Rick Nash faced his former team on Thursday night. Credit: Getty Images
Call it Rangers East versus Rangers Midwest.
Thursday night’s game against Columbus marked a reunion of sorts between two franchises who are intertwined.
The Rangers employ former Blue Jackets Derick Brassard, Derek Dorsett, John Moore, Rick Nash and Anton Stralman. Columbus has five former Rangers on the roster in Artem Anisimov, Brandon Dubinsky, Tim Erixon, Marian Gaborik and Fedor Tyutin, while franchise president John Davidson was both a goaltender for the Blueshirts and analyst for the team on MSG Network.
So, yes, these teams do have an intimate knowledge of the other. And neither side is running from the patently obvious.
“There’s obviously a sense of awareness, heightened sense of awareness,” head coach Alain Vigneault said after the Rangers’ optional skate. “They’re playing against their former organization, their former team. They obviously have a lot of friends there. But the competitor in any player is going to want to prove to the opposition that they want to win. I’m expecting our guys, the ones that played in Columbus, just like [former Rangers who are in] Columbus now, to be a little more excited and should make it a real good game.”
While members of both organizations spent the morning catching up, two players took center stage: Nash and Dubinsky.
The two forwards were the cornerstones of a massive trade that saw the organizations swap five players and two draft picks on July 23, 2012. Then-Columbus general manager Steve Howson sent Nash, Steven Delisle and a 2013 conditional third-round pick to the Rangers in exchange for Anisimov, Dubinsky, Erixon and a 2013 first-round pick the Blue Jackets used on Kerby Rychel.
The trade was the culmination of a nearly seven-month saga. During a press conference after the 2012 trade deadline, Howson reported Nash had asked for a trade in January, and the executive added he would not budge off his asking price.
Ultimately, Nash, who had a no -movement clause in his contract, was able to dictate where he wanted to go and Howson had the left wing submit a list of eight franchises he would be willing to accept a trade to leading up to the 2012 deadline. Nash did not expand the list during the offseason, essentially forcing Howson to make a deal in a small window.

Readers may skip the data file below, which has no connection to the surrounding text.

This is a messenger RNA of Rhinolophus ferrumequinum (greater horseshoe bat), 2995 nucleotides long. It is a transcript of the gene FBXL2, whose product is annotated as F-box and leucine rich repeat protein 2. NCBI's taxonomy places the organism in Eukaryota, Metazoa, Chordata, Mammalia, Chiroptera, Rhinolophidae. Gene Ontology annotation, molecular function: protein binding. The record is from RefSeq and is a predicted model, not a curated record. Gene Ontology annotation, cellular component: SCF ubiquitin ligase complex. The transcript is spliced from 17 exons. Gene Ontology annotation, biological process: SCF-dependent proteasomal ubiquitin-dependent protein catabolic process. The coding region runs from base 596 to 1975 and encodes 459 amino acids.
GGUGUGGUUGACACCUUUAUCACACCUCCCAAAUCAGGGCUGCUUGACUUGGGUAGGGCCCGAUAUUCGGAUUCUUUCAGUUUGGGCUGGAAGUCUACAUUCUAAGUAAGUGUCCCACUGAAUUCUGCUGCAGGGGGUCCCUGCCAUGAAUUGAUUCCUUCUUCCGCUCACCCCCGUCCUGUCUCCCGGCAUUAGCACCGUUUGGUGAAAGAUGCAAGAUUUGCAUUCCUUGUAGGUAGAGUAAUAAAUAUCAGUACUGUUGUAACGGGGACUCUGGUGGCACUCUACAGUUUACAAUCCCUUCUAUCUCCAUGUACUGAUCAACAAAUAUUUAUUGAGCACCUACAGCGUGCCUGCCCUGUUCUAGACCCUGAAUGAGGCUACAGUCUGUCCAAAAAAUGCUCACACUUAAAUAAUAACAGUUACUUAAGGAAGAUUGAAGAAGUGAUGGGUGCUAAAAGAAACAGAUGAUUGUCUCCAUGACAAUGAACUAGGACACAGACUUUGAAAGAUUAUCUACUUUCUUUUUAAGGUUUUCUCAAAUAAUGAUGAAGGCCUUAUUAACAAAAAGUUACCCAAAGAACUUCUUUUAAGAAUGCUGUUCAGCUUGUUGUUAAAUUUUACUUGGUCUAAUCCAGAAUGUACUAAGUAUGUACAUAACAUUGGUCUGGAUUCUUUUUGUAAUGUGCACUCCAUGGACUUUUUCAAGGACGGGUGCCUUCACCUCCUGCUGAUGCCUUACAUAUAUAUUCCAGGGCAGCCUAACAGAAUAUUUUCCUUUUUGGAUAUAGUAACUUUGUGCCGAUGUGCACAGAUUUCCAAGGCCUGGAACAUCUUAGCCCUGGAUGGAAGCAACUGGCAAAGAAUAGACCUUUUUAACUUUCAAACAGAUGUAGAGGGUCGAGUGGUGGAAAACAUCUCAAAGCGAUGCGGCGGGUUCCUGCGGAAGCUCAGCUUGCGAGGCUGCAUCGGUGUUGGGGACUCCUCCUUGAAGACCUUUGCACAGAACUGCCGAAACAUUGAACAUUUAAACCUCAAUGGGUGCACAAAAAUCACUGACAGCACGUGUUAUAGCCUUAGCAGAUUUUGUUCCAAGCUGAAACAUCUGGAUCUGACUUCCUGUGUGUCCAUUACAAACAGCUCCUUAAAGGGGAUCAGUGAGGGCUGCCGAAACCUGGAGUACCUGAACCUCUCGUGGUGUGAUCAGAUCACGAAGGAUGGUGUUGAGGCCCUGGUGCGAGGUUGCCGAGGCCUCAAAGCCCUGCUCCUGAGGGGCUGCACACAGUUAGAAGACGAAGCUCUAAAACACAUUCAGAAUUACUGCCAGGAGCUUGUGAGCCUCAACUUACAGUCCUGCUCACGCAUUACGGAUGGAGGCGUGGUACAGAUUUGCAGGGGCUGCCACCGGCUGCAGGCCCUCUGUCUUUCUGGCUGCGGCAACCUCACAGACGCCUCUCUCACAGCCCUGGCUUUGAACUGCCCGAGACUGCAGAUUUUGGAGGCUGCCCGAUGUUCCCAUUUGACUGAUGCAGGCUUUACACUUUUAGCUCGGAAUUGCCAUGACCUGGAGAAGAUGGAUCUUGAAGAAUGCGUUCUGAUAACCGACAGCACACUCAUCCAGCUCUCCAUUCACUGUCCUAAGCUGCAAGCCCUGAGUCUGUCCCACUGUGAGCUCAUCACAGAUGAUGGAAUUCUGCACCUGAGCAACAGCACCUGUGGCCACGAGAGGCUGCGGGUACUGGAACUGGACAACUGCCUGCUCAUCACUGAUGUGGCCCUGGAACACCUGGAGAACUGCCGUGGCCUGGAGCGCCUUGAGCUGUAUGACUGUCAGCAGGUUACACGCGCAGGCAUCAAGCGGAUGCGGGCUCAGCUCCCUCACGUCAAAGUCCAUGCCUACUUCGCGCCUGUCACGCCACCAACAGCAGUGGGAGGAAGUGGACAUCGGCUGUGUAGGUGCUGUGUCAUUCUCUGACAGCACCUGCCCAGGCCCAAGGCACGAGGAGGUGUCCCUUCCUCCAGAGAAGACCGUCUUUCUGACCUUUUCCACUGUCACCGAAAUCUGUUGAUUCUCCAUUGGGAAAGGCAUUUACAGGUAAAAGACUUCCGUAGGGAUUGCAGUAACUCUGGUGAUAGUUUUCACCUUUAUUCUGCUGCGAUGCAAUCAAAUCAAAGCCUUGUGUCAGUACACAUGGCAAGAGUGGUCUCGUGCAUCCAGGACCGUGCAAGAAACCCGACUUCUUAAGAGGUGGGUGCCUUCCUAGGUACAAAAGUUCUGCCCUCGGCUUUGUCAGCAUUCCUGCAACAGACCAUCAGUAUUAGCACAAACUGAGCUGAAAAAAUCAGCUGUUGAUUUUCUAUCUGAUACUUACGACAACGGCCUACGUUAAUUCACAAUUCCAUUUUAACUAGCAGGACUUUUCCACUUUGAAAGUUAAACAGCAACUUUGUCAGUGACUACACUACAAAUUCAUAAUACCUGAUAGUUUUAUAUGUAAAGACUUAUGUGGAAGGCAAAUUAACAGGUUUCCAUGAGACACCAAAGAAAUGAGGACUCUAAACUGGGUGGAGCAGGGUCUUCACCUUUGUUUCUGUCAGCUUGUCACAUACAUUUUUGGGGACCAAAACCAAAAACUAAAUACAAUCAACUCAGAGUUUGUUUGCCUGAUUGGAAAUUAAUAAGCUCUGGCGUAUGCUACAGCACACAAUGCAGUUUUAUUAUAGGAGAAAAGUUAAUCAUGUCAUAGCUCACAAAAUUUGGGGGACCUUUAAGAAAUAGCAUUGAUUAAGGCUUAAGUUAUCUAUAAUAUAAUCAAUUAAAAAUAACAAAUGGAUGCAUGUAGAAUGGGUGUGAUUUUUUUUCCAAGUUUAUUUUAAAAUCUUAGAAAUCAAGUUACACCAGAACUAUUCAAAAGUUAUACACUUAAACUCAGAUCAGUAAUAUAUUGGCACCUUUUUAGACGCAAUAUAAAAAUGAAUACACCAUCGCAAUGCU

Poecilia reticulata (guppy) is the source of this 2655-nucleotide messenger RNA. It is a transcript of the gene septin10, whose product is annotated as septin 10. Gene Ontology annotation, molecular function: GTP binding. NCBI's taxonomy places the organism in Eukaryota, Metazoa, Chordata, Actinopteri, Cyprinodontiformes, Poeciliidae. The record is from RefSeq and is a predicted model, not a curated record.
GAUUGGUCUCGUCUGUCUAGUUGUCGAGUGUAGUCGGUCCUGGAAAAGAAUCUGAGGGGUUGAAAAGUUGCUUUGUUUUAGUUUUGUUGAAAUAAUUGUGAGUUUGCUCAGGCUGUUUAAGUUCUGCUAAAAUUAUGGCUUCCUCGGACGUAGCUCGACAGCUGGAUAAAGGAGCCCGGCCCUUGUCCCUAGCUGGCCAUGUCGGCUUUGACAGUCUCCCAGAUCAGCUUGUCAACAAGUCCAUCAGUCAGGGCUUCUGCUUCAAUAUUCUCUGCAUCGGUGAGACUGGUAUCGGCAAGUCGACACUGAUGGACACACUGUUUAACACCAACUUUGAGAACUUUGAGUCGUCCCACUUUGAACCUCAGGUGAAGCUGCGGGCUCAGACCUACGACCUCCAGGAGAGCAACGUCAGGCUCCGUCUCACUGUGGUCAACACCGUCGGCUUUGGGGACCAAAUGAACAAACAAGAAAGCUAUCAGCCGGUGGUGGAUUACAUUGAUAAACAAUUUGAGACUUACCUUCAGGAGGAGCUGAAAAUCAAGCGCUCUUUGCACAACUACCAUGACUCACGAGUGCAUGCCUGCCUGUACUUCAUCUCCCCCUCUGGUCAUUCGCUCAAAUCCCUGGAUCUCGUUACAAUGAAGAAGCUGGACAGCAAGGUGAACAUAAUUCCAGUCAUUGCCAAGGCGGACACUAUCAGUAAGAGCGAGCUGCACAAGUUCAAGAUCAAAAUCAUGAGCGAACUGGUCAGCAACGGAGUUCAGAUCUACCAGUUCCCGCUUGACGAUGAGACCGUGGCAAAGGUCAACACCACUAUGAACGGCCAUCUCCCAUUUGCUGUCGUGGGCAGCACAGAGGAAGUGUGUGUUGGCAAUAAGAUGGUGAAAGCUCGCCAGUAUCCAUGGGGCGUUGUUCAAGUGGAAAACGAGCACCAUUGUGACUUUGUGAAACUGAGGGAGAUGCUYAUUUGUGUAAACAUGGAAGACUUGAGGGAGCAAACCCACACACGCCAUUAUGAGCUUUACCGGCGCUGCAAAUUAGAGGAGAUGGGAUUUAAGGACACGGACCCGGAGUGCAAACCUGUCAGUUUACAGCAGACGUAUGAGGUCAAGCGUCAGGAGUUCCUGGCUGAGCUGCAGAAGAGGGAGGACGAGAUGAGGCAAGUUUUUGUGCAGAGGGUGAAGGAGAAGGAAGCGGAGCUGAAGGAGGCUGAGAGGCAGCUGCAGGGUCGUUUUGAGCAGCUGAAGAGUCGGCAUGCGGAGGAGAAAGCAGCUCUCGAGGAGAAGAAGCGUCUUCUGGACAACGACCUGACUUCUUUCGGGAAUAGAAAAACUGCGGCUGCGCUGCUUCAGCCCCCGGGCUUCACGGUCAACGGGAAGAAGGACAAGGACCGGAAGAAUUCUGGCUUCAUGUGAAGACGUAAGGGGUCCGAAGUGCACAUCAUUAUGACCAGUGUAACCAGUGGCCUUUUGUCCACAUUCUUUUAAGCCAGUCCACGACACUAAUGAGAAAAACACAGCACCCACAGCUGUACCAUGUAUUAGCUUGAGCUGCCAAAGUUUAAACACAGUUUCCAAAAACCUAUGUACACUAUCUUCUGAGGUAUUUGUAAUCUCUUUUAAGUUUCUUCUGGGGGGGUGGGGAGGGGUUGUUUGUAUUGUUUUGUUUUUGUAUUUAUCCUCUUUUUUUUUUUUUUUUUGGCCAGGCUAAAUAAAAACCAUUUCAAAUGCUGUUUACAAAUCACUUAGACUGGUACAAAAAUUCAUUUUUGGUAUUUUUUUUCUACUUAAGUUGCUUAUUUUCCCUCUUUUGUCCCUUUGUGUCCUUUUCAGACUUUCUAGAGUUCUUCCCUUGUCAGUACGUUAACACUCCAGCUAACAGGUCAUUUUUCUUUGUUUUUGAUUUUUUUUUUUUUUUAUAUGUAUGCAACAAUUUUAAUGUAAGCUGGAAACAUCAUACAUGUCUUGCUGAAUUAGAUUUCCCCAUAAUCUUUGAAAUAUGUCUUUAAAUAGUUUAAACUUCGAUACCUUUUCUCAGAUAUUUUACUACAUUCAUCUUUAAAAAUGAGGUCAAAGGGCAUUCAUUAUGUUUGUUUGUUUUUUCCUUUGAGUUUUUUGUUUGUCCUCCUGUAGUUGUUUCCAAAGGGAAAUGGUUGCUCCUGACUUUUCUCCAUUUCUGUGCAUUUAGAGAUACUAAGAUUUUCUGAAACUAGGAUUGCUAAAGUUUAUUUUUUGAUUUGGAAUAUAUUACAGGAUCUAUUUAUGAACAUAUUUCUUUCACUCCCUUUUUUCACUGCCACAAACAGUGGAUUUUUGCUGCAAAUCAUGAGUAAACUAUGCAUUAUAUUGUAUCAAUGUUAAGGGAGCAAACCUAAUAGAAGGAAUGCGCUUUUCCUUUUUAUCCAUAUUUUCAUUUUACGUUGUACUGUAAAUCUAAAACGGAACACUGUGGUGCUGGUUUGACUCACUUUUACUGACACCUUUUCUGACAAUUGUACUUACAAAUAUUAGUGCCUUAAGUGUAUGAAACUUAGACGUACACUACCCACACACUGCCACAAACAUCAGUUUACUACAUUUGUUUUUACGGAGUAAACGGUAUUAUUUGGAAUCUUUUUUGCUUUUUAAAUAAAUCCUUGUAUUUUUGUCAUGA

“I think it could have been a bit smoother [of], I guess you can call it, an exit,” Nash said. “I thought everyone was honest and in the same boat. It ended up getting a little messy. At the end of the day when someone asks to move on for their career, you have to assume it’s going to get messy.”
Messy would be an apt way to describe Dubinsky’s final year with the Rangers. Dubinsky scored 10 goals and 34 points in 77 regular season games, and only had two points in nine playoff games.
“It was tough toward the end [of my time with the Rangers],” Dubinsky said. “For me, individually, I didn’t have the greatest year and sort of ended with an injury, even though I played [those] games in the Eastern Conference finals. It was hard for us as a team because we were close to making the finals and it’s still pretty fresh in the memory. We came back and tied both those games [Games 5 and 6] up and found ways to lose tough ones. It could have gone the other way, and who knows what would have happened? But overall, looking back on my time here, [I have] nothing but amazing things to say about the organization, the fan base [and] the city. I loved my time here and was excited to come back here.”
Follow Rangers beat writer Denis Gorman on Twitter@DenisGorman.